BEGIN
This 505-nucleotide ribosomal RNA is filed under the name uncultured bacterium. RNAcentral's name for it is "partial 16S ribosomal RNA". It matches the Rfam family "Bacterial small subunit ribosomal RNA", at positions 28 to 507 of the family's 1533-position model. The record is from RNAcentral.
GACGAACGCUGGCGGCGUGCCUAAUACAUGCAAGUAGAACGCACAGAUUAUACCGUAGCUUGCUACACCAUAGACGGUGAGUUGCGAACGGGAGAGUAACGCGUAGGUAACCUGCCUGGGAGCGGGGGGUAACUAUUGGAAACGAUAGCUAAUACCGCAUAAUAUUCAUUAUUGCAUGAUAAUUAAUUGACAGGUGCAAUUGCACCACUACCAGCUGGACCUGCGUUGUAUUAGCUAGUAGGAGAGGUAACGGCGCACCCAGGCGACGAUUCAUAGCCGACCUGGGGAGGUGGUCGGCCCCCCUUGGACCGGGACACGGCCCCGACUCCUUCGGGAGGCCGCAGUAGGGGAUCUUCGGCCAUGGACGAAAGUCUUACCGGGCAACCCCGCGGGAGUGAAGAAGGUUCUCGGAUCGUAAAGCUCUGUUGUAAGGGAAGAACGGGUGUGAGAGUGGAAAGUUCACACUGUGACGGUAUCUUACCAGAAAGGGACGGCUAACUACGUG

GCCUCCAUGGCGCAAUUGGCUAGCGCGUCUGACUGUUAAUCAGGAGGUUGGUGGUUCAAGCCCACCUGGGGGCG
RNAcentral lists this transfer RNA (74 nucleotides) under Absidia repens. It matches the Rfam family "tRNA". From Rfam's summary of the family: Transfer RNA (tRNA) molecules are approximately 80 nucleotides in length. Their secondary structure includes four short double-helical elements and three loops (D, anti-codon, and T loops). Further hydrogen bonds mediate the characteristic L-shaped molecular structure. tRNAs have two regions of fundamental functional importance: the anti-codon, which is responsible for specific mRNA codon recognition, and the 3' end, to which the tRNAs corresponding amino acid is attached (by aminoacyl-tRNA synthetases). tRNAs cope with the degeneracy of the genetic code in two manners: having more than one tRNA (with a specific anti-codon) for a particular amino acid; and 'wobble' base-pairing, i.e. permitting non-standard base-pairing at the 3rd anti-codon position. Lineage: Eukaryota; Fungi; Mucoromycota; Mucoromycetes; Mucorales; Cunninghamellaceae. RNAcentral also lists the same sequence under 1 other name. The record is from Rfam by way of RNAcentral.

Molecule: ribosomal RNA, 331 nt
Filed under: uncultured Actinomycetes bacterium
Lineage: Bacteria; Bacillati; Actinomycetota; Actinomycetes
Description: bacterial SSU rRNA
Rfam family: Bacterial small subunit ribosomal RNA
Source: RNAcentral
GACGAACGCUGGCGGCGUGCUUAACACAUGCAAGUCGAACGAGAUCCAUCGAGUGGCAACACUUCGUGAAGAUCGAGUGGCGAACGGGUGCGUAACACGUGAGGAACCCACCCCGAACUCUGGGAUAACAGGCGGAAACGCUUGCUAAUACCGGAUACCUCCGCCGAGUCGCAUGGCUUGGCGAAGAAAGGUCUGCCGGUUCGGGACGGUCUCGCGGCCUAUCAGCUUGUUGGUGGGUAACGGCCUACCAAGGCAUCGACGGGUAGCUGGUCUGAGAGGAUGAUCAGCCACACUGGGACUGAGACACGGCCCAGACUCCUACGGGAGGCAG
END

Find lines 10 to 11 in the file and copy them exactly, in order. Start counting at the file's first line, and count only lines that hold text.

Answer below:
Source: RNAcentral
GACGAACGCUGGCGGCGUGCUUAACACAUGCAAGUCGAACGAGAUCCAUCGAGUGGCAACACUUCGUGAAGAUCGAGUGGCGAACGGGUGCGUAACACGUGAGGAACCCACCCCGAACUCUGGGAUAACAGGCGGAAACGCUUGCUAAUACCGGAUACCUCCGCCGAGUCGCAUGGCUUGGCGAAGAAAGGUCUGCCGGUUCGGGACGGUCUCGCGGCCUAUCAGCUUGUUGGUGGGUAACGGCCUACCAAGGCAUCGACGGGUAGCUGGUCUGAGAGGAUGAUCAGCCACACUGGGACUGAGACACGGCCCAGACUCCUACGGGAGGCAG